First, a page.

Summer Hours Through August 9, Lincoln is open Monday through Thursday, 7:30 a.m. to 6:00 p.m., and closed on Fridays. 

Purchasing "Do's" and "Don'ts"

  1. Purchasing Do's:

    Do prepare for your requisition in plenty of time.

    Do emphasize functional or performance criteria while limiting design or other detailed physical descriptions that does not meet your needs.

    Do encourage open and free competition.

    Do accompany your requisition with a written justification, if your need can only be met by a specification which has:

    1. The effect of exclusively requiring a proprietary supply.
    2. Service
    3. Major repair item or
    4. Procurement from a single source.

    Do set the "delivery date" on the requisition as a meaningful and realistic date.

    Do use a specific date rather than: "ASAP", "NOW", "RUSH", etc.

    Do notify our department immediately upon observing shortages or damage to received goods.

    Do be specific when preparing your requisition. Part number, size, quantity, colors, etc.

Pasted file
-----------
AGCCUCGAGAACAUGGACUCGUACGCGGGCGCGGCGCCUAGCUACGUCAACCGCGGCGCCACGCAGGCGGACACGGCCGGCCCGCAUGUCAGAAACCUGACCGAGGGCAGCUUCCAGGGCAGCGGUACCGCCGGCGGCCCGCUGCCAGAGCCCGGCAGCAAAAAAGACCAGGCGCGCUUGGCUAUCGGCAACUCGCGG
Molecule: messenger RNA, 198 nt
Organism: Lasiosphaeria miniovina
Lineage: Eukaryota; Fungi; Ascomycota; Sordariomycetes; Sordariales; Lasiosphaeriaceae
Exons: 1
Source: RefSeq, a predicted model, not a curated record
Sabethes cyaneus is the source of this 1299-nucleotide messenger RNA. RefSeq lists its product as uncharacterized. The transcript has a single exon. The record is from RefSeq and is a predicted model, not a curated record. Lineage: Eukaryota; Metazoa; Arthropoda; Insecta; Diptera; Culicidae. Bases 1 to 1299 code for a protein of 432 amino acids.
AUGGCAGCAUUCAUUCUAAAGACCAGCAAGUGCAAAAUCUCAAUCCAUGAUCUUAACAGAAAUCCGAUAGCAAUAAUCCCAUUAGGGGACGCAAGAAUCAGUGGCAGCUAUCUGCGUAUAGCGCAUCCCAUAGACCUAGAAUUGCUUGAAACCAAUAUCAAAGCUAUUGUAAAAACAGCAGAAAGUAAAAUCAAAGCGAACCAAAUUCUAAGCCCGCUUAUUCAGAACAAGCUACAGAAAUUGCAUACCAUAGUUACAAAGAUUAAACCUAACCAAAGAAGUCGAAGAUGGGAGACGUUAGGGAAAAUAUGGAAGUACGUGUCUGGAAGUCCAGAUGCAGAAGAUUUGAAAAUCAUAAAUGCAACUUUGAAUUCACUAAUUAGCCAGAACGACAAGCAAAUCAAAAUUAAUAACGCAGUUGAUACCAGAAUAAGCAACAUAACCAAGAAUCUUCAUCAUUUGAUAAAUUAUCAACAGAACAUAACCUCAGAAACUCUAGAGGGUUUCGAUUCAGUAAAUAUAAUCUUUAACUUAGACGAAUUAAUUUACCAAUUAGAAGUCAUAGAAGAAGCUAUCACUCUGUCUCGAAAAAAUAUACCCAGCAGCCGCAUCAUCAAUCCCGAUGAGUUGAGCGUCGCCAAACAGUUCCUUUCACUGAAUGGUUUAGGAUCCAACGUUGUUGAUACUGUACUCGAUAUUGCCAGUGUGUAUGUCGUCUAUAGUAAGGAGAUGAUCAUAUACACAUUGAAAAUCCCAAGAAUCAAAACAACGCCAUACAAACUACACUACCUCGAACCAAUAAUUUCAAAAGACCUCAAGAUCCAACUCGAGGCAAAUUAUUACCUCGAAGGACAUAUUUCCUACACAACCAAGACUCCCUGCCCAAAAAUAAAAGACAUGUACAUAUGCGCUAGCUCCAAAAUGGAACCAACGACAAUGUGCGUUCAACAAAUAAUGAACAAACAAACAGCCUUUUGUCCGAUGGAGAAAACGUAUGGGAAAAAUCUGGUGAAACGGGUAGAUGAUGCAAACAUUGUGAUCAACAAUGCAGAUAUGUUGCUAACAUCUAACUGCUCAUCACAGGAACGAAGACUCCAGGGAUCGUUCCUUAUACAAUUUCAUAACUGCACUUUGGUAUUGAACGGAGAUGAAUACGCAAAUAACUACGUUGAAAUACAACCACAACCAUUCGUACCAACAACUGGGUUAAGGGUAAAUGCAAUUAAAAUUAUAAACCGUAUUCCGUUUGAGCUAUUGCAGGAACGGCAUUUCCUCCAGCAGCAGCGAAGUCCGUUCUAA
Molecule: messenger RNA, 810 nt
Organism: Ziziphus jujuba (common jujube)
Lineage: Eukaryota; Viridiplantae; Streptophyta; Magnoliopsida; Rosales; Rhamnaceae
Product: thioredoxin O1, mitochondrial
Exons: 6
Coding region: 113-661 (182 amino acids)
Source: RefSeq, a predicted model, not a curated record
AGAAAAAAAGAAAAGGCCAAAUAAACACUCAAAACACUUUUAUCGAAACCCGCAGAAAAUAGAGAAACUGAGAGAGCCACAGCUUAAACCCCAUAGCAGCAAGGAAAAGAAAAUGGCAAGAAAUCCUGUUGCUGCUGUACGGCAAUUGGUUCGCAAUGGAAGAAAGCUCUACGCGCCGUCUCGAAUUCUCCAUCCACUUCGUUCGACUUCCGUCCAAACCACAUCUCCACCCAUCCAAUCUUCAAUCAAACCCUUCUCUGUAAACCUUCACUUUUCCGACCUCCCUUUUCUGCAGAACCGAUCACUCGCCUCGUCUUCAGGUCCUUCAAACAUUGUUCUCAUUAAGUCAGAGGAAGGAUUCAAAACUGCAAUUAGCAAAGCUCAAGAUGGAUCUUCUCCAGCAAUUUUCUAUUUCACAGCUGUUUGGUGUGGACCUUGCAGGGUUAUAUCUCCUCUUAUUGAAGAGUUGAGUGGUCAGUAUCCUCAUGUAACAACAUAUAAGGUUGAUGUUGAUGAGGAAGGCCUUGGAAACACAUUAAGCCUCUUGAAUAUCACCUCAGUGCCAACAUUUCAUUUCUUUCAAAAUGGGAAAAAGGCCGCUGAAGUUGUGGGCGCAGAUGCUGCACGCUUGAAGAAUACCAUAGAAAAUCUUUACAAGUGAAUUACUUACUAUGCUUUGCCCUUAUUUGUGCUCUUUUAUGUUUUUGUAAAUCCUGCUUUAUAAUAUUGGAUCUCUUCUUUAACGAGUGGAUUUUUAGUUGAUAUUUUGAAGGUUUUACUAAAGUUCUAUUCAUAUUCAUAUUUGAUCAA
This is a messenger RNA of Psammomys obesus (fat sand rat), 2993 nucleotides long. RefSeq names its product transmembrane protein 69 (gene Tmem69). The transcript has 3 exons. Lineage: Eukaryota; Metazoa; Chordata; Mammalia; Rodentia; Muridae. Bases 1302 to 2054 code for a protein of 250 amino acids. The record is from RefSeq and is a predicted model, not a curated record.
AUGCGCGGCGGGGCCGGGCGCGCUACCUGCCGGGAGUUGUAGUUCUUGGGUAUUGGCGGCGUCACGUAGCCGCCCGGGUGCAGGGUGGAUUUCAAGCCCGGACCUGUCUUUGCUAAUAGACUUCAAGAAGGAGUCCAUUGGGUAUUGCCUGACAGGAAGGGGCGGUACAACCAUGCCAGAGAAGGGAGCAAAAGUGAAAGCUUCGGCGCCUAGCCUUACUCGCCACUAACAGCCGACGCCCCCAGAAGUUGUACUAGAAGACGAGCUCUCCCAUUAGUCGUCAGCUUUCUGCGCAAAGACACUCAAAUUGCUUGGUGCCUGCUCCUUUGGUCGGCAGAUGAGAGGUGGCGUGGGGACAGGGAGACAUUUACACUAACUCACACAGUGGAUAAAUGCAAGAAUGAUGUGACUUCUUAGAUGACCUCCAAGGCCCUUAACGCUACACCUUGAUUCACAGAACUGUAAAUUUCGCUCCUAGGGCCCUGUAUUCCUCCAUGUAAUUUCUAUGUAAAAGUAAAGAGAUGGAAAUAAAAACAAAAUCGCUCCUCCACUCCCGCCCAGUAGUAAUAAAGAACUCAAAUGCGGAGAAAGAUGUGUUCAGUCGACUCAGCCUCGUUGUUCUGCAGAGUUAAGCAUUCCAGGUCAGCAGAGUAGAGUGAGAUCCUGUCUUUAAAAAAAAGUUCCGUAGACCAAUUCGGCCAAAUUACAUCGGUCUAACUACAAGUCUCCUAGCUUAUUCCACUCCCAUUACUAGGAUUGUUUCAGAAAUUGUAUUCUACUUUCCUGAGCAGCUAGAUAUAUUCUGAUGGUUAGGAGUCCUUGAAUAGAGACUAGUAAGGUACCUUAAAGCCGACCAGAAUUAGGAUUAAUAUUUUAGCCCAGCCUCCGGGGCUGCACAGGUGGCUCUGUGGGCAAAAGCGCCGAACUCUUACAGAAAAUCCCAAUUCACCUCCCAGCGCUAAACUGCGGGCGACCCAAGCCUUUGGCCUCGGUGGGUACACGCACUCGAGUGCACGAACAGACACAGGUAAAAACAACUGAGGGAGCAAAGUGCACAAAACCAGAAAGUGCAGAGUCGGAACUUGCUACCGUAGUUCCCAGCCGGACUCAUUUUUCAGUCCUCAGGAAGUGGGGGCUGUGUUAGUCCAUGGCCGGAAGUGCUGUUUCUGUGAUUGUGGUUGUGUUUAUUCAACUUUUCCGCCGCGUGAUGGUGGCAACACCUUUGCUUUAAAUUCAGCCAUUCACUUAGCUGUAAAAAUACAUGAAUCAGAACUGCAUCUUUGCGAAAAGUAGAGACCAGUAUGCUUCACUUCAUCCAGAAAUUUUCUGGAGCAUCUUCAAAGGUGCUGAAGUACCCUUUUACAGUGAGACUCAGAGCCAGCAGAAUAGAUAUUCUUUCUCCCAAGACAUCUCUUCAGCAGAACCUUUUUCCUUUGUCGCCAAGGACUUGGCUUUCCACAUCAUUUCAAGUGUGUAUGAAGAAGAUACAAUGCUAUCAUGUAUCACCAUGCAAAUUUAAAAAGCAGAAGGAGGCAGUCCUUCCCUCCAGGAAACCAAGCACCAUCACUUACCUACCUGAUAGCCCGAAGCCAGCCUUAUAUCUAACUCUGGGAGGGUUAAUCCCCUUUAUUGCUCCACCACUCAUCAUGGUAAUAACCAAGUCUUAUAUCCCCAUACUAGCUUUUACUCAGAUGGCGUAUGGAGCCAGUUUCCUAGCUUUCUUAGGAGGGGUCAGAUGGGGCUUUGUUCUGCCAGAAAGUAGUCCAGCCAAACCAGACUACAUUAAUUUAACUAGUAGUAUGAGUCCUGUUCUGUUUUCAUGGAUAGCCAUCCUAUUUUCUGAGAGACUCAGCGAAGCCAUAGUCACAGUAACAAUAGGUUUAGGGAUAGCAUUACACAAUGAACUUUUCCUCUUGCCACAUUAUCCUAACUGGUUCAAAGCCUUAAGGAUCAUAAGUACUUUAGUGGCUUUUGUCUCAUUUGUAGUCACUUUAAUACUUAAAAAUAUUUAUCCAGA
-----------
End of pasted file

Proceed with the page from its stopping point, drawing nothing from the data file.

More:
Do call us for assistance if you need help with a requisition, or the Colleague system.

  2. Purchasing Don'ts:

    Don't do debriefing: Disclose the details of a purchase you plan to make to a vendor thereby giving him/her advantage over the others.

    Don't do bid-shopping: Disclose one's price and inviting the other to beat it.

    • It is unethical
    • You would lose out good vendors and suppliers
    • You could be a cause for a big lawsuit for the University

    Don't wait until you are in trouble with a supplier. Call purchasing for assistance.

    Don't accept demonstration equipment from salesmen without advising the Director of Purchasing.

    Don't buy prior to submitting a requisition and having an authorized purchase order on hand.

    Don't forget to notify the purchasing department if you have received or picked-up an order from a supplier.

    Don't make a sales agreement with a buyer for any University property.

    Don't take the law into your own hands. Remember the separation of duties and responsibilities.